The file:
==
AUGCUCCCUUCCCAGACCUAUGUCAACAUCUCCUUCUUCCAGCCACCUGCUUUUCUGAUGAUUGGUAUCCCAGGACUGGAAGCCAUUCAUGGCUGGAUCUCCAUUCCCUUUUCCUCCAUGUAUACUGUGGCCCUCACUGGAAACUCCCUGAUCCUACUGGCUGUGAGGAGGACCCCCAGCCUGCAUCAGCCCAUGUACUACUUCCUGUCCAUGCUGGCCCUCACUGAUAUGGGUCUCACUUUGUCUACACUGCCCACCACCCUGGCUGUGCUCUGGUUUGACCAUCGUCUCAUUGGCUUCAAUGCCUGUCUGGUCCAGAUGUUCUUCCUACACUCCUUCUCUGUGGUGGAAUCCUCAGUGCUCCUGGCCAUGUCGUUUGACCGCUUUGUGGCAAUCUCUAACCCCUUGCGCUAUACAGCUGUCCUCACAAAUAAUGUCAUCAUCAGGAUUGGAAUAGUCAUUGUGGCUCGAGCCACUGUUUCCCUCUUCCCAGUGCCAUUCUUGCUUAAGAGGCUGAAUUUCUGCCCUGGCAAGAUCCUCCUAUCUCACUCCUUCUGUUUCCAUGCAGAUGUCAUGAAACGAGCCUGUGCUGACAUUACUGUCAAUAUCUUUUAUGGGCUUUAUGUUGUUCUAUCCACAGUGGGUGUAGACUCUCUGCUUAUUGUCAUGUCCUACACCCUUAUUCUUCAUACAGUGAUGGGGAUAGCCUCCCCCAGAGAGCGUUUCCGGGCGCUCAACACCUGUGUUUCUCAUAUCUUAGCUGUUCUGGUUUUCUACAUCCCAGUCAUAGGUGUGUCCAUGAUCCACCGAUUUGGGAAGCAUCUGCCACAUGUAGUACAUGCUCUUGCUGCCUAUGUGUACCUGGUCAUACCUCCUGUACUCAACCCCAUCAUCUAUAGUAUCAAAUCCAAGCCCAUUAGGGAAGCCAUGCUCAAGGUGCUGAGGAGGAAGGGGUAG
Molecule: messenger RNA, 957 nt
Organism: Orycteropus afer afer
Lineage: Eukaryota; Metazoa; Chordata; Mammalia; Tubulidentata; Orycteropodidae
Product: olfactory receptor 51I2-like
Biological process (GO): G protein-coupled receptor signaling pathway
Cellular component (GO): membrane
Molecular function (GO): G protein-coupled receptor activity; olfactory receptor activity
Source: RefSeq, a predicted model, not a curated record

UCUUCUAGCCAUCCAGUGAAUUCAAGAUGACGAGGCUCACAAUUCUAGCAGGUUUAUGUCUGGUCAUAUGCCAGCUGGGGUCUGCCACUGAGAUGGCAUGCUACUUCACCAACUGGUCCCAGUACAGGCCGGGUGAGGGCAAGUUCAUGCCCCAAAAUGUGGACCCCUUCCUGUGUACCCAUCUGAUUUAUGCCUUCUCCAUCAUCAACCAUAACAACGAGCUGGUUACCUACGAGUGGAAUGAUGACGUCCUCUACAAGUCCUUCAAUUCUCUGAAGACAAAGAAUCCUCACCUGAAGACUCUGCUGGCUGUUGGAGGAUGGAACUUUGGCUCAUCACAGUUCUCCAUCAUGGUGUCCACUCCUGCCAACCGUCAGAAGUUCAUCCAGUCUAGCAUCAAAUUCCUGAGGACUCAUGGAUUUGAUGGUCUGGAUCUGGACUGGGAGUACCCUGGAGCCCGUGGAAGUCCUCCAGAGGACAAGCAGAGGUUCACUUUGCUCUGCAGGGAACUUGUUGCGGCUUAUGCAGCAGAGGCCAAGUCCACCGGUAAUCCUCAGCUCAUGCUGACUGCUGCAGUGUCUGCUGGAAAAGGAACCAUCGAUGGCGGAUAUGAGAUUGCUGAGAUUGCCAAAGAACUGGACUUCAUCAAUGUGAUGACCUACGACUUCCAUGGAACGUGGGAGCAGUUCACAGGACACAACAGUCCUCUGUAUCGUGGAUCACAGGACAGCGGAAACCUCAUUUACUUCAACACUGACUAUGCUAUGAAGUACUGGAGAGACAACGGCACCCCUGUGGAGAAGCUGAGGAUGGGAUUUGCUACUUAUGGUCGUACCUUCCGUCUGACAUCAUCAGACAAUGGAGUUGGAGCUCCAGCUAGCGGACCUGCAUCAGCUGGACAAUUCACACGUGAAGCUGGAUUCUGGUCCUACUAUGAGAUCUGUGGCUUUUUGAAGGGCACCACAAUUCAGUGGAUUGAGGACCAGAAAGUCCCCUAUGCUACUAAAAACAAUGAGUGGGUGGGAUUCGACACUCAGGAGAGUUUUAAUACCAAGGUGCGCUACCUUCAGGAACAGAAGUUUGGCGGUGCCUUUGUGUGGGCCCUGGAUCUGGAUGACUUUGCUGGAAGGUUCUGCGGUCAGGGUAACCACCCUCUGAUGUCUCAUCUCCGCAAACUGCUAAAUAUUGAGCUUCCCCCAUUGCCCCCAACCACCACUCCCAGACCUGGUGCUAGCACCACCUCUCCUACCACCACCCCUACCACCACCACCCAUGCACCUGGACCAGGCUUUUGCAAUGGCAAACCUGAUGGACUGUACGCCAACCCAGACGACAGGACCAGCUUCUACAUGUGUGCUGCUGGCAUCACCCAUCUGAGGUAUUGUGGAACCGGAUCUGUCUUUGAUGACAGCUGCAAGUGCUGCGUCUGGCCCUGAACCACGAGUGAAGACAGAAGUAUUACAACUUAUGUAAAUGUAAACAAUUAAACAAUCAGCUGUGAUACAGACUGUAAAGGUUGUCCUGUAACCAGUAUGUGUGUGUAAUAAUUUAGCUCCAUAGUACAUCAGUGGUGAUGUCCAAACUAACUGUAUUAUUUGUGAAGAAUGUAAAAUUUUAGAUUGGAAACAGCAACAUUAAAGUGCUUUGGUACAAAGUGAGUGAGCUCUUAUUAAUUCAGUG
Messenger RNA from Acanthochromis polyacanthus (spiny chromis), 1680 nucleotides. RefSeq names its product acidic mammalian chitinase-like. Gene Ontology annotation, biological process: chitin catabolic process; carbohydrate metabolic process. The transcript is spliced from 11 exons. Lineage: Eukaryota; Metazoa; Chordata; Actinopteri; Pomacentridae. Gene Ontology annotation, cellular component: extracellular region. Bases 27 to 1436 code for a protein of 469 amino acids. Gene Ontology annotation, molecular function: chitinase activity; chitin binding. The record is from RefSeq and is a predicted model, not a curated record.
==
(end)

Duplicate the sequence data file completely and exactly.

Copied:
AUGCUCCCUUCCCAGACCUAUGUCAACAUCUCCUUCUUCCAGCCACCUGCUUUUCUGAUGAUUGGUAUCCCAGGACUGGAAGCCAUUCAUGGCUGGAUCUCCAUUCCCUUUUCCUCCAUGUAUACUGUGGCCCUCACUGGAAACUCCCUGAUCCUACUGGCUGUGAGGAGGACCCCCAGCCUGCAUCAGCCCAUGUACUACUUCCUGUCCAUGCUGGCCCUCACUGAUAUGGGUCUCACUUUGUCUACACUGCCCACCACCCUGGCUGUGCUCUGGUUUGACCAUCGUCUCAUUGGCUUCAAUGCCUGUCUGGUCCAGAUGUUCUUCCUACACUCCUUCUCUGUGGUGGAAUCCUCAGUGCUCCUGGCCAUGUCGUUUGACCGCUUUGUGGCAAUCUCUAACCCCUUGCGCUAUACAGCUGUCCUCACAAAUAAUGUCAUCAUCAGGAUUGGAAUAGUCAUUGUGGCUCGAGCCACUGUUUCCCUCUUCCCAGUGCCAUUCUUGCUUAAGAGGCUGAAUUUCUGCCCUGGCAAGAUCCUCCUAUCUCACUCCUUCUGUUUCCAUGCAGAUGUCAUGAAACGAGCCUGUGCUGACAUUACUGUCAAUAUCUUUUAUGGGCUUUAUGUUGUUCUAUCCACAGUGGGUGUAGACUCUCUGCUUAUUGUCAUGUCCUACACCCUUAUUCUUCAUACAGUGAUGGGGAUAGCCUCCCCCAGAGAGCGUUUCCGGGCGCUCAACACCUGUGUUUCUCAUAUCUUAGCUGUUCUGGUUUUCUACAUCCCAGUCAUAGGUGUGUCCAUGAUCCACCGAUUUGGGAAGCAUCUGCCACAUGUAGUACAUGCUCUUGCUGCCUAUGUGUACCUGGUCAUACCUCCUGUACUCAACCCCAUCAUCUAUAGUAUCAAAUCCAAGCCCAUUAGGGAAGCCAUGCUCAAGGUGCUGAGGAGGAAGGGGUAG
Molecule: messenger RNA, 957 nt
Organism: Orycteropus afer afer
Lineage: Eukaryota; Metazoa; Chordata; Mammalia; Tubulidentata; Orycteropodidae
Product: olfactory receptor 51I2-like
Biological process (GO): G protein-coupled receptor signaling pathway
Cellular component (GO): membrane
Molecular function (GO): G protein-coupled receptor activity; olfactory receptor activity
Source: RefSeq, a predicted model, not a curated record

UCUUCUAGCCAUCCAGUGAAUUCAAGAUGACGAGGCUCACAAUUCUAGCAGGUUUAUGUCUGGUCAUAUGCCAGCUGGGGUCUGCCACUGAGAUGGCAUGCUACUUCACCAACUGGUCCCAGUACAGGCCGGGUGAGGGCAAGUUCAUGCCCCAAAAUGUGGACCCCUUCCUGUGUACCCAUCUGAUUUAUGCCUUCUCCAUCAUCAACCAUAACAACGAGCUGGUUACCUACGAGUGGAAUGAUGACGUCCUCUACAAGUCCUUCAAUUCUCUGAAGACAAAGAAUCCUCACCUGAAGACUCUGCUGGCUGUUGGAGGAUGGAACUUUGGCUCAUCACAGUUCUCCAUCAUGGUGUCCACUCCUGCCAACCGUCAGAAGUUCAUCCAGUCUAGCAUCAAAUUCCUGAGGACUCAUGGAUUUGAUGGUCUGGAUCUGGACUGGGAGUACCCUGGAGCCCGUGGAAGUCCUCCAGAGGACAAGCAGAGGUUCACUUUGCUCUGCAGGGAACUUGUUGCGGCUUAUGCAGCAGAGGCCAAGUCCACCGGUAAUCCUCAGCUCAUGCUGACUGCUGCAGUGUCUGCUGGAAAAGGAACCAUCGAUGGCGGAUAUGAGAUUGCUGAGAUUGCCAAAGAACUGGACUUCAUCAAUGUGAUGACCUACGACUUCCAUGGAACGUGGGAGCAGUUCACAGGACACAACAGUCCUCUGUAUCGUGGAUCACAGGACAGCGGAAACCUCAUUUACUUCAACACUGACUAUGCUAUGAAGUACUGGAGAGACAACGGCACCCCUGUGGAGAAGCUGAGGAUGGGAUUUGCUACUUAUGGUCGUACCUUCCGUCUGACAUCAUCAGACAAUGGAGUUGGAGCUCCAGCUAGCGGACCUGCAUCAGCUGGACAAUUCACACGUGAAGCUGGAUUCUGGUCCUACUAUGAGAUCUGUGGCUUUUUGAAGGGCACCACAAUUCAGUGGAUUGAGGACCAGAAAGUCCCCUAUGCUACUAAAAACAAUGAGUGGGUGGGAUUCGACACUCAGGAGAGUUUUAAUACCAAGGUGCGCUACCUUCAGGAACAGAAGUUUGGCGGUGCCUUUGUGUGGGCCCUGGAUCUGGAUGACUUUGCUGGAAGGUUCUGCGGUCAGGGUAACCACCCUCUGAUGUCUCAUCUCCGCAAACUGCUAAAUAUUGAGCUUCCCCCAUUGCCCCCAACCACCACUCCCAGACCUGGUGCUAGCACCACCUCUCCUACCACCACCCCUACCACCACCACCCAUGCACCUGGACCAGGCUUUUGCAAUGGCAAACCUGAUGGACUGUACGCCAACCCAGACGACAGGACCAGCUUCUACAUGUGUGCUGCUGGCAUCACCCAUCUGAGGUAUUGUGGAACCGGAUCUGUCUUUGAUGACAGCUGCAAGUGCUGCGUCUGGCCCUGAACCACGAGUGAAGACAGAAGUAUUACAACUUAUGUAAAUGUAAACAAUUAAACAAUCAGCUGUGAUACAGACUGUAAAGGUUGUCCUGUAACCAGUAUGUGUGUGUAAUAAUUUAGCUCCAUAGUACAUCAGUGGUGAUGUCCAAACUAACUGUAUUAUUUGUGAAGAAUGUAAAAUUUUAGAUUGGAAACAGCAACAUUAAAGUGCUUUGGUACAAAGUGAGUGAGCUCUUAUUAAUUCAGUG
Messenger RNA from Acanthochromis polyacanthus (spiny chromis), 1680 nucleotides. RefSeq names its product acidic mammalian chitinase-like. Gene Ontology annotation, biological process: chitin catabolic process; carbohydrate metabolic process. The transcript is spliced from 11 exons. Lineage: Eukaryota; Metazoa; Chordata; Actinopteri; Pomacentridae. Gene Ontology annotation, cellular component: extracellular region. Bases 27 to 1436 code for a protein of 469 amino acids. Gene Ontology annotation, molecular function: chitinase activity; chitin binding. The record is from RefSeq and is a predicted model, not a curated record.